Presentation of the Nefertiti bust shortly after discovery in 1912. (Left to right: Hermann Ranke, Paul Hollander and Mohammed es-Senussi)

Although the bust is uninscribed, Ludwig Borchardt, the dig director, immediately realized who was represented: the tall blue crown with uraeus serpent must belong to the queen. “No use describing it, you have to see it” he wrote.


Handwritten note by Ludwig Borchardt on the discovery of the bust. Aside from a quick sketch, it contains the remark “No use describing it, you have to see it.”

The Egyptian government gave the bust, and other finds, to the German expedition at the end of the season, according to a custom of the time, known as “partage.” It was not until ten years later, after World War I, that the bust was put on display in the Egyptian Museum in Berlin. The reaction was immediate: Nefertiti became an icon and the Egyptian government demanded her return, claiming that she had been allowed to leave the country by subterfuge. The matter remains unresolved to this day, and Nefertiti has survived two world wars in Berlin.

Nefertiti was the principal wife of the New Kingdom pharaoh Akhenaten (ca. 1350 – 1335 BC). Akhenaten tried to revolutionize Egypt, outlawing the worship of a host of gods, headed by Amun, the king of the gods. In their place he proposed the worship of the Aten, the sun-disc that gave life to the world. He moved the capital of Egypt from Thebes to a virgin site 250 miles to the north. This new capital he called Akhetaten (“horizon of the sun disc”), the modern site of Tell el-Amarna. Akhenaten’s changes did not find favor, and after his death the site was abandoned by his successor – the more familiar Tutankhamun – as the capital moved back to Thebes. Amun had restored the status quo.

A new religion required a new artistic style to express itself. Set against earlier Egyptian objects, Amarna art can appear more naturalistic, softer and more intimate. Images of Akhenaten, his wife Nefertiti, and their six daughters were the icons of this new creed, and Amarna was filled with sculptor’s workshops producing decoration for the city. The bust of Nefertiti, with its unusual shape, was probably a model used to define and standardize images of the queen.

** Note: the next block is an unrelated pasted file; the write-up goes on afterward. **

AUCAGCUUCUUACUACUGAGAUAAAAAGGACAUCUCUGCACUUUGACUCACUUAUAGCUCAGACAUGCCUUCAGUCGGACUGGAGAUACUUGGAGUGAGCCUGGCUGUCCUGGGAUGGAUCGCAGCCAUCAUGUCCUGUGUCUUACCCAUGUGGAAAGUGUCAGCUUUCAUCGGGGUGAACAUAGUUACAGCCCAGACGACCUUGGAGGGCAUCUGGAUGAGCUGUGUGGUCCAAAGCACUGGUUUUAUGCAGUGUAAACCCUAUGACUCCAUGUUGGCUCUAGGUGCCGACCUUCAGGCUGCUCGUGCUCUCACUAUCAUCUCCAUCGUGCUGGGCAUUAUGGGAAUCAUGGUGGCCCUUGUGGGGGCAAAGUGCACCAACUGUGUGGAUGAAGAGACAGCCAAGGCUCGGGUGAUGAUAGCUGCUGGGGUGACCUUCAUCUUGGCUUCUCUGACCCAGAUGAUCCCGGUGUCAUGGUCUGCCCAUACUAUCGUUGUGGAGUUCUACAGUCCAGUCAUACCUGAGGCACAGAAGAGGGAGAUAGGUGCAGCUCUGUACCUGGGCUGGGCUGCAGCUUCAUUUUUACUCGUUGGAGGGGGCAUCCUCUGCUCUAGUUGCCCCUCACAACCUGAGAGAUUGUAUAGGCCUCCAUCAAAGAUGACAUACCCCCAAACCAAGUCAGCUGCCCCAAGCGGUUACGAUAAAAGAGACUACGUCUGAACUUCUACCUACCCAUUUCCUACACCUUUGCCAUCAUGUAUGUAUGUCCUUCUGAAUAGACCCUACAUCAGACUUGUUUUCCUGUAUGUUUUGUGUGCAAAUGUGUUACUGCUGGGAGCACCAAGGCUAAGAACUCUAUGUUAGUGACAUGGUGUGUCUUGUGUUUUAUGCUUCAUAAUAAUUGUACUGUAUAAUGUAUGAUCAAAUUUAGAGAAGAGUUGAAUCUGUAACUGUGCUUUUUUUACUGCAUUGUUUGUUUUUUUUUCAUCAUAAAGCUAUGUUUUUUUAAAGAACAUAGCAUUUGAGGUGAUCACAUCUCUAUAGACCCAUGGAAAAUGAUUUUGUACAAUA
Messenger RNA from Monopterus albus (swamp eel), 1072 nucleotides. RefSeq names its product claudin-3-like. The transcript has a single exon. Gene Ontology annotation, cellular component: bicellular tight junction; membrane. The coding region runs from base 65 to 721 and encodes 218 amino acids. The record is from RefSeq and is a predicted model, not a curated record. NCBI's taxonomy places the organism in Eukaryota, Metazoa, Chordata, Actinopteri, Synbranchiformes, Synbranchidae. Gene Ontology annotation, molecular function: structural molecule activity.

The latest update on the “controversy” tells us that the Samalut bust is to be replaced with a statue of a peace dove. So all is well that ends well.

The original bust continues to attract huge throngs of tourists in Berlin. A museum quality replica of the same bust, manufactured by highly talented artists at the Neues Museum, has been on display in the Hall of Ancient Egypt at the Houston Museum of Natural Science since 2013. She looks forward to seeing you there.


Her Majesty awaits your visit at the Houston Museum of Natural Science.

News from the trenches: Diggers make significant discoveries at Sanxingdui

Archaeology is a profession that requires patience, persistence, and luck. In fact, a great deal of luck seems to be a prerequisite to make a great discovery; some of these involve kids and dogs. We are fortunate to know about the Lascaux caves because of a boy and his dog. A similar scenario led to the discovery of a new hominid fossil, Australopithecus sediba, near the Malapa cave in South Africa. The famous Chinese terra cotta warriors were found by farmers digging a well. The first artifacts at Sanxingdui were discovered by a farmer, as well.

Fairly recently, some eighty-five years after the initial discovery of the site, interesting new finds at Sanxingdui have been announced.


According to recent reports, archaeologists discovered a portion of the northern wall at Sanxingdui. The northern part of the wall would have run along the Jian River, according to this site map. (Image licensed under CC BY-SA 3.0 via Wikimedia Commons).

Archaeologists have discovered what may be a section of the north wall at Sanxingdui. In addition, three tombs were found. A well preserved human skeleton was uncovered in one of these. It was dated to the Neolithic, well before the Sanxingdui site was occupied. As far as we know, human remains dating back to the actual Sanxingdui – Jinsha timeframe have only been discovered at Jinsha.

chinese vice premier

Vice Premier Liu Yongdan, who visited the Houston Museum of Natural Science on June 21 2015. (Image courtesy of the U.S. Department of State from United States)

The complete lack of known written sources at Sanxingdui and Jinsha continues to hamper our understanding of this amazing and sophisticated culture. In her recent visit to the exhibit China’s Lost Civilization: The Mysteries of Sanxingdui at the Houston Museum of Natural Science, Vice Premier Mme. Liu Yongdan said this was indeed the biggest obstacle to our appreciation of the culture. She expressed hope that ongoing research would eventually uncover such information, a development which would bring Sanxingdui out of the shadows of prehistory and into the light of history. Discoveries like these can only strengthen China’s submission of the site as a potential UNESCO World Heritage Site.

Hard currency: Stone money of the Yap Islands

We have all grown accustomed to seeing new forms of payment pop up every day. Cash is used less and less. To be “with the times” now requires making payments electronically, and invisibly. Actual tangible objects, such as coins or bills, are exchanged less and less. Instead, electrons silently move funds from one account to another. Payment is still made, but the way in which it is done has changed dramatically. This blog entry deals with a form of payment that is quite different from what we would consider normal in the Western world. How would you feel about making payments with stone money?